Screams From the Balcony

Screams From the Balcony by Charles Bukowski Page B

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Authors: Charles Bukowski
church with a hangover, so instead I mailed them what I had made in my room among the beer-cans, and, lo, they accepted it and played it over the air. Jack Hirschman’s wife runs the literary and drama end of KPFK. Anyhow, when the thing finally came on over the radio…at 11:15 p.m…. I was drunk and did not hear it, but somebody retaped it off the radio and I was able to hear it afterward. [* * *]
    Bukowski had three poems in El Corno Emplumado no. 7 (July 1963), published in Mexico City. He had previously appeared in no. 3 .
    [To John William Corrington]
    July [22], 1963
    shd. change ribbon but I am too tired— Mutiny editors are correct: I am a bastard: would rather kiss the king’s ass than change a ribbon.
    Heard from Jon. His spirits seem high, which does me good, as I would hate him to bite into the book and get this bad taste in his mouth…. Got copy #7 of El Corno . They seem to be falling off from a good start. Of course, I can’t read Spanish or Mexican either, so it doesn’t help my broad-minded eye. I got to figure that what I can’t read isn’t any good. That’s how flies get fat. [* * *]
    [To Jon and Louise Webb]
    July [28], 1963
    [* * *] In case you decide to send a copy of the book to Jack Hirschman for review for L.A. Times , his address is 10543 Bradbury Rd., Los Angeles, Calif. I know, I broke all rules and went there for dinner once, drunk. He thinks Creeley is God and Robert Frost ¾s God but then he teaches at a University and therefore some of this is understandable. They see the underside softside of the wing. But he may have ordered the book anyway, and we may be in trouble, but I kind of like trouble sometimes—I mean, in my rather long foreword to Sherman’s book (out July 21st, I believe), along with other ramblings, I take to task Karl Shapiro for writing a misleading introduction to Jack Hirschman’s book. Names are not mentioned but, I guess, rather obvious. And at the dinner I told Jack that the introduction was bad but he told me that the book would have never been published without it, that there was only one good poem in there. Which might have been modesty but let’s not pick at bones. This is the trouble with getting involved with literary talk; soon you are covered with slime and haggle, and creation is forgotten, So far, I have often forgotten creation because of drink or gamble or plain forget, but so far, very little shit-paddle has stopped me and I hope I remain as lucky.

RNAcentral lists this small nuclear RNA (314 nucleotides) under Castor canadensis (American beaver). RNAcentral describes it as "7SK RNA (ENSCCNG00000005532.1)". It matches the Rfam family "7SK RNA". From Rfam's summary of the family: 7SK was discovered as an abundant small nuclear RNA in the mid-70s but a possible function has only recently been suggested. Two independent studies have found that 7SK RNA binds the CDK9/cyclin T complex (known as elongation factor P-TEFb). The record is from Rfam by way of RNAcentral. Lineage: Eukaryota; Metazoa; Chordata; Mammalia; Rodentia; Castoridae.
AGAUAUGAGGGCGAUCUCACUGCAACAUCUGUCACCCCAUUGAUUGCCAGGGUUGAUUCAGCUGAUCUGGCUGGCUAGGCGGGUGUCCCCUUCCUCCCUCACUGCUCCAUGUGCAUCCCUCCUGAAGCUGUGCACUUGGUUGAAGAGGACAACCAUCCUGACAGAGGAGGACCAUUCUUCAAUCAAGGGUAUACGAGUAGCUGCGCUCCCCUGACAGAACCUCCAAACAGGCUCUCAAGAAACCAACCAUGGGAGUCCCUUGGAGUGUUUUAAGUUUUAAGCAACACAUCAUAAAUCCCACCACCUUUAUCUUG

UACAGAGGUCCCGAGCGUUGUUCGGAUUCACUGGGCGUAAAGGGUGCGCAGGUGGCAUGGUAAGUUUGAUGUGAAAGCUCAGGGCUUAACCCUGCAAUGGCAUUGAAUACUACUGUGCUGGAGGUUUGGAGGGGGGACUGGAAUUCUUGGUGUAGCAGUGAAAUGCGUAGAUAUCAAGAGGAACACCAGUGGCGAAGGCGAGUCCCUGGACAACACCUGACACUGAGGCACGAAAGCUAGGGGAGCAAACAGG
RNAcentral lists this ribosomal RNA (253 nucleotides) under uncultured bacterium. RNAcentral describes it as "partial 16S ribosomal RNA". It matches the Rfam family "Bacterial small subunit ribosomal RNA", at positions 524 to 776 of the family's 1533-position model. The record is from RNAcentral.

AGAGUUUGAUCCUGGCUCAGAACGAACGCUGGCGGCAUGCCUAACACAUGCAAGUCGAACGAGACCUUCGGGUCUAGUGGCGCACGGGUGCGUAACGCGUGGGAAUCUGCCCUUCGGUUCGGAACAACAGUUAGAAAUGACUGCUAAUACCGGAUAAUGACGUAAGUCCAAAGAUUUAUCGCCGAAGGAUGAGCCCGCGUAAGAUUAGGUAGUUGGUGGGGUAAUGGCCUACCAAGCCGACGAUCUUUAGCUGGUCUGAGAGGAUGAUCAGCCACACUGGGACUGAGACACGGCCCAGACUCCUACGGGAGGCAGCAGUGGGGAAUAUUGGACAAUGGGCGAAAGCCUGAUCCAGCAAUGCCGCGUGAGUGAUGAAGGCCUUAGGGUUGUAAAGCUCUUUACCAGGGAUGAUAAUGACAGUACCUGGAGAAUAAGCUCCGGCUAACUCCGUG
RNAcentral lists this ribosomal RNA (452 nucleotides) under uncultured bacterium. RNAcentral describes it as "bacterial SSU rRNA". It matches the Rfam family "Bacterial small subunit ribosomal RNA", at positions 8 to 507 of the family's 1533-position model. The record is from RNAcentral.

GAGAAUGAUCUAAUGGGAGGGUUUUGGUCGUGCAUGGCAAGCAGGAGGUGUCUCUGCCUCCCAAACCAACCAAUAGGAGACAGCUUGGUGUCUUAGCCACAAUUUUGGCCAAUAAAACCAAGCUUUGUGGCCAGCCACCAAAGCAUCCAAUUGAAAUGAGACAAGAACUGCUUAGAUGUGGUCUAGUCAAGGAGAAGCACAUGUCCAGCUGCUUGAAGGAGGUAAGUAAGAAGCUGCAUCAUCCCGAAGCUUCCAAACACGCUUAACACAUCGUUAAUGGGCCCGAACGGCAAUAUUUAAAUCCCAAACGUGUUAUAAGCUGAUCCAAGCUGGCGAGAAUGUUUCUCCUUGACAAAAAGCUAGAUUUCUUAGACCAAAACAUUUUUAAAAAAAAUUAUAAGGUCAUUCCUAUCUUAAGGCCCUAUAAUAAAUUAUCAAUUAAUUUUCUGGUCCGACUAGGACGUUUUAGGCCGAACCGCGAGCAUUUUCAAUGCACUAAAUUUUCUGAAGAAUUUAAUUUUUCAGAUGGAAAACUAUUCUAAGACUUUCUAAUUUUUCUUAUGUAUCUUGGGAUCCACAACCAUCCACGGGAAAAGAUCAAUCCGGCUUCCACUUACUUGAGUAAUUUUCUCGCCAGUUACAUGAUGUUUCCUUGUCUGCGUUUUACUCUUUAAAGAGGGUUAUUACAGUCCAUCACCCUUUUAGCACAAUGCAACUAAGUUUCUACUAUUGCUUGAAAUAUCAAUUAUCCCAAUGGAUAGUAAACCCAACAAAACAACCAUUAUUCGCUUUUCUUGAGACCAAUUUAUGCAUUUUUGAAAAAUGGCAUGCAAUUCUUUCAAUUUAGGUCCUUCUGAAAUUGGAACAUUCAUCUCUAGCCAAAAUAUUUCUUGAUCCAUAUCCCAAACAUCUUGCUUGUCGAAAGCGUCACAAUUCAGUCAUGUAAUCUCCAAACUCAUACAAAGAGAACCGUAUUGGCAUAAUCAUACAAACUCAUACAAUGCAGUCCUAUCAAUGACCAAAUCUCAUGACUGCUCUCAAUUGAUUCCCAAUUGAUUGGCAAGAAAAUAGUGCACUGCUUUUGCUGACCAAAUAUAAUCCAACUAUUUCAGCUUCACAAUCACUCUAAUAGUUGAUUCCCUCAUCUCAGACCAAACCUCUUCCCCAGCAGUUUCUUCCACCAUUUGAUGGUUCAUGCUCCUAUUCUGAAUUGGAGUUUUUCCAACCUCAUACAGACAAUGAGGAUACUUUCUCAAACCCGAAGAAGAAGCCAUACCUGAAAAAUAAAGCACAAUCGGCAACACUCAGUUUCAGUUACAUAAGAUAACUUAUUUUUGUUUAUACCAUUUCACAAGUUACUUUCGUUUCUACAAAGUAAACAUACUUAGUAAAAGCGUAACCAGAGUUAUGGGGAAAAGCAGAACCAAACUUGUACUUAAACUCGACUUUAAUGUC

When I took this woman home today she showed me a collection of the early poems of Ernie Hem. Out of the Little Review etc., but although most of them were not very good, they were not very bad either, and there was one poem in there…after the style of Ger. Stein and you can see how much this woman did affect him, which we all know but which we tend to forget after Hem and Stein are both gone and Hem more or less remains. However, these poems are encouraging to any young (or old) writer to show that something almost can come out of almost nothing. It is simply buttoning a button right and knowing how to open a door. It is easy as hell, really, it is so easy that almost nobody can do it. [* * *]
    [To Jon and Louise Webb]
    August 6, 1963
    [* * *] Then there’s the bush down there, the same bush with orange blossoms forever, and the old man down there poking in his wooden mailbox. He must be a writer or a madman; he keeps looking in there as if some long-limbed thing sheathed in nylon is going to take him back to the full bright dream. I’m hungry. It’s good to be hungry when you can afford to eat. Right now, I can afford. I like crab. You can get a big crab down at one of the stores for around 80 cents and it takes you all day to eat him and you don’t feel very sorry for the crab. That makes it nice. Although they say they boil them alive? But they boil me every time I walk out the door. Swosh. sure. I’m lucky to have a rented door to walk out of.

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